Garden phlox bloom prolifically for six weeks or more in midsummer, producing richly colored clusters atop tall slender stems. These hardy perennials are ideal in garden beds or borders and produce sweet fragrance that fills the summer air. Reaching heights of 2 to 3 feet, these delightful flowers return for years with minimal care.
Garden phlox bloom in colors ranging from white and pink to rose, red and lavender. Many new cultivars boast bi-color blooms with a defined eye (either darker or lighter than petal color) in the center, providing a striking contrast of color.
Most garden phlox prefer a sunny location that receives six or more hours of direct sunlight a day, but tolerate partial shade. Those grown in full sun produce larger and brighter blooms. Some cultivars are bred for shade or partial shade.
Well-drained soil high in organic matter keeps phlox producing for years. The addition of compost or well-rotted manure in the spring boosts production and improves quality of blooms. These moisture-loving plants benefit from supplemental watering when soil dries.
Deadheading phlox improves blooming and reduces the risk of self-seeding. Many cultivars are hybrid with sterile seeds, but some will germinate. Phlox that self-seed do not remain true to color and gradually revert to the standard magenta. To maintain color, deadheading is advised.
Phlox rebloom with a second flush of blossoms if sheared back by several inches after the first flush of flowers fades. The second flush of blooms may be reduced in size and abundance, but still produces fragrant blooms rich in color.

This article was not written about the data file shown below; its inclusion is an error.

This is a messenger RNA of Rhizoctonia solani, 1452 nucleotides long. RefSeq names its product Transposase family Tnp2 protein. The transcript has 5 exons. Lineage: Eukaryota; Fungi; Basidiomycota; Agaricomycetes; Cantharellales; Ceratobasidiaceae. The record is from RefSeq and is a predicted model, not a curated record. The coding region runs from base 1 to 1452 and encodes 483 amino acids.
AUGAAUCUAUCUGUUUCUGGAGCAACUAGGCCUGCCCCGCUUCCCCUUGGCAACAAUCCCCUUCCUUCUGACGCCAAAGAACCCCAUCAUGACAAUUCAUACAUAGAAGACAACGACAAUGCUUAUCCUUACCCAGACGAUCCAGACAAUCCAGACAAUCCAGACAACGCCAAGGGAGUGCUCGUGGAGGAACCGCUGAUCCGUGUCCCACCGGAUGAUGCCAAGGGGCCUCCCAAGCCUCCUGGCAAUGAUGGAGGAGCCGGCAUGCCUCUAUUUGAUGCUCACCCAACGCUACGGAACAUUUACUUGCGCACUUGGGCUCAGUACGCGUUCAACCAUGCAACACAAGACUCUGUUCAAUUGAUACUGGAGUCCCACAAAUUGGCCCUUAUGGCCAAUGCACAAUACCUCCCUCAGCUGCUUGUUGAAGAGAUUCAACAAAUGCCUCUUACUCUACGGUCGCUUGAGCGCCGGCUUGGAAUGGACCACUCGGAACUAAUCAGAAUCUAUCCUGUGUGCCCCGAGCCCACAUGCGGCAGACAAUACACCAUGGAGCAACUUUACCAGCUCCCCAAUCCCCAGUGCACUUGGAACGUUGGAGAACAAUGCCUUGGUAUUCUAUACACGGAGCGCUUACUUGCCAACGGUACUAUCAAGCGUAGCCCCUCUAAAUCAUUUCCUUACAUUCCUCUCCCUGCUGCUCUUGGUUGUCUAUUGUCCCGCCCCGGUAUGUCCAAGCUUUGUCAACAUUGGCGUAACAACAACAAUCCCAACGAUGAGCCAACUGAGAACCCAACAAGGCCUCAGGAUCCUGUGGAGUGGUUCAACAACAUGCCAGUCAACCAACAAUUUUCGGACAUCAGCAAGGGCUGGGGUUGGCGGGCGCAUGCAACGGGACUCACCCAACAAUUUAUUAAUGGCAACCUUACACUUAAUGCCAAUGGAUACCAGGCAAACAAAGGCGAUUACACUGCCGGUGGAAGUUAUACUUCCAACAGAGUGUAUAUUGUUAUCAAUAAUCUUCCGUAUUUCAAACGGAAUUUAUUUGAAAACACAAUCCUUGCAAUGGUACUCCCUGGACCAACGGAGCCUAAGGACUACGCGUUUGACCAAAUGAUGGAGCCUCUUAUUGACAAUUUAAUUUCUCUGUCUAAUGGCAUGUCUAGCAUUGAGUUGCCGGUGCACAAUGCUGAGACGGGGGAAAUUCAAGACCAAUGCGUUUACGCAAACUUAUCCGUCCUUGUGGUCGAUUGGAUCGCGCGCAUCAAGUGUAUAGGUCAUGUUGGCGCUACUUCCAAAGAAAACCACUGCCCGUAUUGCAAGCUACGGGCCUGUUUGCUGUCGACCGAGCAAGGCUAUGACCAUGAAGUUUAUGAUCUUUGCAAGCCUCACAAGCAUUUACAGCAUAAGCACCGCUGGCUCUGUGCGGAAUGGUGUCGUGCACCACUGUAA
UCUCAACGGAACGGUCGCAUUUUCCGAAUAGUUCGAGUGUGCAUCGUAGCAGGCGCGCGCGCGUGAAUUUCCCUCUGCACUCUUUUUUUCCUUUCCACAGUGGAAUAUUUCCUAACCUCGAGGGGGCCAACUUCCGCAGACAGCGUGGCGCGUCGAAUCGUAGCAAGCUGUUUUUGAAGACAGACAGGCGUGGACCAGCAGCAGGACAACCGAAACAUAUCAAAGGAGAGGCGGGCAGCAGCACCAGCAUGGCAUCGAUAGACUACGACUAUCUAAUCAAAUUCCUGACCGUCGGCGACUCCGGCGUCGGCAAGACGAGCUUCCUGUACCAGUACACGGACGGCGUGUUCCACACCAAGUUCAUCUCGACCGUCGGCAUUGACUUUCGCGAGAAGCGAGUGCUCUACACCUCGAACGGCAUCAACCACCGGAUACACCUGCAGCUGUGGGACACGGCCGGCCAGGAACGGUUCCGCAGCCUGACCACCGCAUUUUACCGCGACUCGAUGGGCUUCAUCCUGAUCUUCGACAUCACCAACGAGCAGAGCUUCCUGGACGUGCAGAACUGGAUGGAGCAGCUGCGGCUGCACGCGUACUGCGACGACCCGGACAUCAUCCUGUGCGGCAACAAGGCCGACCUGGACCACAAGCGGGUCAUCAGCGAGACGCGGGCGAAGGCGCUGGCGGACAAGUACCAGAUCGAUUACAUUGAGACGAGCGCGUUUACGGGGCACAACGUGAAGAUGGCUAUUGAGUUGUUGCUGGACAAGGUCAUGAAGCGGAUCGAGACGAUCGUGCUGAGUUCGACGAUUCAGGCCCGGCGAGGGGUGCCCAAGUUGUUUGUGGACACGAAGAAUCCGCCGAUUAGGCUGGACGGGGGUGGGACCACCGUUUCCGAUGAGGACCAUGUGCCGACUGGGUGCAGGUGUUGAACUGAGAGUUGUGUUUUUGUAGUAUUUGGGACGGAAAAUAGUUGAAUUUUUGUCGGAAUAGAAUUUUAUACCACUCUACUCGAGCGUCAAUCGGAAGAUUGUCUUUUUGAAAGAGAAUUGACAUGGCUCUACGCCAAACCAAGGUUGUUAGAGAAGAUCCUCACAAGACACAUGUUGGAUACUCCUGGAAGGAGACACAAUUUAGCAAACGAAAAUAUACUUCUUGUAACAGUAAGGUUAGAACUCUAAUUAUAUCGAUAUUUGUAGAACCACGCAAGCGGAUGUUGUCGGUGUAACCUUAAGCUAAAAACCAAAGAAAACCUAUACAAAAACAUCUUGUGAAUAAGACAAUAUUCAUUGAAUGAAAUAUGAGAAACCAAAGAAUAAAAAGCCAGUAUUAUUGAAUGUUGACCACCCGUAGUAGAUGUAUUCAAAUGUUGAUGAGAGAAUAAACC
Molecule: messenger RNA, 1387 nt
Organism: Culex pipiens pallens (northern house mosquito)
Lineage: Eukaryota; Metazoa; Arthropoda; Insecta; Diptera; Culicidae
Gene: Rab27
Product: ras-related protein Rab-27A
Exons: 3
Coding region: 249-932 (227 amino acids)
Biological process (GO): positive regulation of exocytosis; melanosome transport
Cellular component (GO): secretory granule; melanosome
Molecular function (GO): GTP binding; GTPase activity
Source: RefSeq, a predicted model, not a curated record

Phlox are best propagated by root division. Lifting the clump of phlox every three years (or when blooms begin to decrease in size and abundance) and dividing the clump into several sections revives overgrown plants and creates new plantings. Add 2 to 3 inches of organic matter to the soil and mix in well. Replant a portion in the same location and plant others in similar lighting and soil. If left to naturalize, phlox spread to a wider area each year.
Phlox are susceptible to powdery mildew if grown without adequate air circulation or subjected to high humidity and wet foliage. Water in the morning to allow foliage to dry before evening. Thinning overgrown clumps to allow air to circulate often provides adequate protection. When buying new phlox plants, look for those resistant to powdery mildew